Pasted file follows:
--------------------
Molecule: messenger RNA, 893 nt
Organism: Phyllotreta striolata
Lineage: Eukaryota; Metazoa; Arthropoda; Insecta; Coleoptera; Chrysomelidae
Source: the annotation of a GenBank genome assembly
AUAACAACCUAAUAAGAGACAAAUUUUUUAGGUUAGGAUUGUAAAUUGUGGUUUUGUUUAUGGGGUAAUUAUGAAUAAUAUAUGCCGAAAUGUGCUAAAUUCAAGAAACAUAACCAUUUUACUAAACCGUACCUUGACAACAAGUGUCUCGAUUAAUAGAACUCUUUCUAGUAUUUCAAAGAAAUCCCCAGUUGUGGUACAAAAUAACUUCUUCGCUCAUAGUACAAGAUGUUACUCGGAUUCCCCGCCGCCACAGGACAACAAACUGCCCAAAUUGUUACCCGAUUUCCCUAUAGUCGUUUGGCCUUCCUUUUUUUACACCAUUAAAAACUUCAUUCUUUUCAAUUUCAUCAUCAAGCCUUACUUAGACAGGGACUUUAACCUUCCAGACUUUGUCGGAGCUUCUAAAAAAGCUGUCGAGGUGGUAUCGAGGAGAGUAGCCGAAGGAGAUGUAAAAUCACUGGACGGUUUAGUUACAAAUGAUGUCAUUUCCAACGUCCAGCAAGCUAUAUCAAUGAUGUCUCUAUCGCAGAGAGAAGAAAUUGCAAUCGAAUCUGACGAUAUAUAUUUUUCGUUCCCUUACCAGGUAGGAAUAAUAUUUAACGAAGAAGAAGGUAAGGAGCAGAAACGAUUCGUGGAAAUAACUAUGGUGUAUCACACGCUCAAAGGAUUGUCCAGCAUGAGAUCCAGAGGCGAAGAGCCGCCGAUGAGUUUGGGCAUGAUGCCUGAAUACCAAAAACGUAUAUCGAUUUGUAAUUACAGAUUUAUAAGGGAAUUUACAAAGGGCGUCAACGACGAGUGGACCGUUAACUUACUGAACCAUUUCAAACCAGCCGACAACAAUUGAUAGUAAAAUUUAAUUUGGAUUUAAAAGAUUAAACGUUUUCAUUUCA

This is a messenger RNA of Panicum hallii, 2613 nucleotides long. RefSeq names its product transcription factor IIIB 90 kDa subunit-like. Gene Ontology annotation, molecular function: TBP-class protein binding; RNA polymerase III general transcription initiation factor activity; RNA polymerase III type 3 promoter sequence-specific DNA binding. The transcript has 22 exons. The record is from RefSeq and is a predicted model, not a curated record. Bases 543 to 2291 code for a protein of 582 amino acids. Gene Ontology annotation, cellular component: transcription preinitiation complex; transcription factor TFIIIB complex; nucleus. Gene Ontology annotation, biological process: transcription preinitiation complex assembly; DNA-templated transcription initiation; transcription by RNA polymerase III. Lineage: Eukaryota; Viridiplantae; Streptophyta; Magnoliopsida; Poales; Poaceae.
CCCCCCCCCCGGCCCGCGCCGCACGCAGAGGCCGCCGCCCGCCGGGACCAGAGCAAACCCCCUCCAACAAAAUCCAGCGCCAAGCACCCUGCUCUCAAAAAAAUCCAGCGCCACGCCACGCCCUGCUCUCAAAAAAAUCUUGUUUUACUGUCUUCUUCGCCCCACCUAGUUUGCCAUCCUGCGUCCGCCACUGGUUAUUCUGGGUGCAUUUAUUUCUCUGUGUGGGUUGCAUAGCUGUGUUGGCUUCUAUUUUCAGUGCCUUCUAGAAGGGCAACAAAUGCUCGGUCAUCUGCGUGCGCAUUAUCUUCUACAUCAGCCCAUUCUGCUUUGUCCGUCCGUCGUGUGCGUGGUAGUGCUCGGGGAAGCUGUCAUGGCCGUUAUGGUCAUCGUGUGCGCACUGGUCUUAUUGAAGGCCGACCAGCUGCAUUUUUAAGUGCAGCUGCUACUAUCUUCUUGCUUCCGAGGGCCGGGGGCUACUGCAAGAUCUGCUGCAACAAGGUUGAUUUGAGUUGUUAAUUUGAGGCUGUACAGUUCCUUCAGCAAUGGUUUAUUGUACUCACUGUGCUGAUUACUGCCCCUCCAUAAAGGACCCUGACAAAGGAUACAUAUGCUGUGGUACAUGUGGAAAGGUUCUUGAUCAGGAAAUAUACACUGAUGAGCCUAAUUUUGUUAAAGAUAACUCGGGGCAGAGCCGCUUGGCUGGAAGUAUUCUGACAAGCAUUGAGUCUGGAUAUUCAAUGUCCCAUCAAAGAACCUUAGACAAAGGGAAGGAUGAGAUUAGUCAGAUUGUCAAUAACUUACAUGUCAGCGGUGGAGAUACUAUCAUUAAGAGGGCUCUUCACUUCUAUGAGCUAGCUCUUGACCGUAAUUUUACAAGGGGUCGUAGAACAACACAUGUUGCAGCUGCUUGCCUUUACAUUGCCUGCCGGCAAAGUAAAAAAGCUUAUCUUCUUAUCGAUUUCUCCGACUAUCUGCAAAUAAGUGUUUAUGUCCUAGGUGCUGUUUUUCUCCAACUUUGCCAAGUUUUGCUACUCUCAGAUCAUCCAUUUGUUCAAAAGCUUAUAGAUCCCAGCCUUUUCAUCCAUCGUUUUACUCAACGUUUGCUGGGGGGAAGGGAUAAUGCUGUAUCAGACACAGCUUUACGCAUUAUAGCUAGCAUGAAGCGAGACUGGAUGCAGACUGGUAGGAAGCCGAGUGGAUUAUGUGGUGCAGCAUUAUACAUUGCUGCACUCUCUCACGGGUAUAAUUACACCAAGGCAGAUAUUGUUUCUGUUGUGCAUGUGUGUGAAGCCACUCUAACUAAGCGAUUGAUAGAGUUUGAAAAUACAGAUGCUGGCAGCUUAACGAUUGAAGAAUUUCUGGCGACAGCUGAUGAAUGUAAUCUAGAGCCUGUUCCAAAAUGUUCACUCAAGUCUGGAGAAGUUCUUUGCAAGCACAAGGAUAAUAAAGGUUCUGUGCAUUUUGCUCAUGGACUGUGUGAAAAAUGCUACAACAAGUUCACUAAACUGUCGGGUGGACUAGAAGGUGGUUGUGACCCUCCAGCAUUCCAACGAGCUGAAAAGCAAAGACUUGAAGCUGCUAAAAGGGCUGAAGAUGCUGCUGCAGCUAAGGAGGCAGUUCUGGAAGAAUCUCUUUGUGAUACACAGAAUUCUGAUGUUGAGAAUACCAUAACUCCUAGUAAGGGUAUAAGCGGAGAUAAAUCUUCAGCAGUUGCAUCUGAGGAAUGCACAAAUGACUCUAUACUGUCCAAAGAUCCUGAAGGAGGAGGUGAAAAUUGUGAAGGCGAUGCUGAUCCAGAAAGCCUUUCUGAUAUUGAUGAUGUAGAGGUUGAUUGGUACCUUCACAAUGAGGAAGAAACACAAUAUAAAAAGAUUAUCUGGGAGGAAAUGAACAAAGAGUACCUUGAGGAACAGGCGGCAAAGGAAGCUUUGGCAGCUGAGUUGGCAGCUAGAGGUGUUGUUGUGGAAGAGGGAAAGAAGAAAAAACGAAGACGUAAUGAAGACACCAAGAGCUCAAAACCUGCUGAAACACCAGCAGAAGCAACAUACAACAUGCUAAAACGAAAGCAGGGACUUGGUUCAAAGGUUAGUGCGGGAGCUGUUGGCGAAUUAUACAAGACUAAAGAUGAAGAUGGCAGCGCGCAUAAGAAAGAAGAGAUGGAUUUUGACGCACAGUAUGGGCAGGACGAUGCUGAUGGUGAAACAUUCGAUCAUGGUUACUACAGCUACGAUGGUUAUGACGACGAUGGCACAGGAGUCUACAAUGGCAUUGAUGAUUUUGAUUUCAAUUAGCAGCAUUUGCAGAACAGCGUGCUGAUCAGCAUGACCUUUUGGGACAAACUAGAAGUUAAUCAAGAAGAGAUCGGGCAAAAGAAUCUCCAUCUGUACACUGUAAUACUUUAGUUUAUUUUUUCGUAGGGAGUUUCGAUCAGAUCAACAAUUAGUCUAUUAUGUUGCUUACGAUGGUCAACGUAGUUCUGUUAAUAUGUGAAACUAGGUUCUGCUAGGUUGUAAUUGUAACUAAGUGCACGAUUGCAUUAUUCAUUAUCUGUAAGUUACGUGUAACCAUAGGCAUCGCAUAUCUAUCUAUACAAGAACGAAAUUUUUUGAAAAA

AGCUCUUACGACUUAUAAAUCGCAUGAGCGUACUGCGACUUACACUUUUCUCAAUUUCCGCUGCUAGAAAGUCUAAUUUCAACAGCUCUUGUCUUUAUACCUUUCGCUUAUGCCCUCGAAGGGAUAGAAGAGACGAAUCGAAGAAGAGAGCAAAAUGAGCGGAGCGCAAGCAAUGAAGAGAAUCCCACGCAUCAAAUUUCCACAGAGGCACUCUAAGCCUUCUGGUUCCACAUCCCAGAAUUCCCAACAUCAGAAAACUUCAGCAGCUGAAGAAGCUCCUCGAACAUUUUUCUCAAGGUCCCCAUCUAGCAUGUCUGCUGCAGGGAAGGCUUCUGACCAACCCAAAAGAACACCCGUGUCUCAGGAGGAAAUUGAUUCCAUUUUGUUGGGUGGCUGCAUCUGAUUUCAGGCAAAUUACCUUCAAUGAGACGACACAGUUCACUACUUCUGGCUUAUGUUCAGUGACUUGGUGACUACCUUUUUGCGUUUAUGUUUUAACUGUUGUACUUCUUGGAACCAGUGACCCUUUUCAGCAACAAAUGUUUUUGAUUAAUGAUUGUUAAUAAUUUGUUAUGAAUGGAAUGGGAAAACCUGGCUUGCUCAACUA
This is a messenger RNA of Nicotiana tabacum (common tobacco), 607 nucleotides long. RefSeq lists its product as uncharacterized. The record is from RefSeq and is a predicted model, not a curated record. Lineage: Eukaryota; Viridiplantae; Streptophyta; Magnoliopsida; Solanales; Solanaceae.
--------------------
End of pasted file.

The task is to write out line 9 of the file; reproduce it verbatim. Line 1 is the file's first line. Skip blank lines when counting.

This is a messenger RNA of Nicotiana tabacum (common tobacco), 607 nucleotides long. RefSeq lists its product as uncharacterized. The record is from RefSeq and is a predicted model, not a curated record. Lineage: Eukaryota; Viridiplantae; Streptophyta; Magnoliopsida; Solanales; Solanaceae.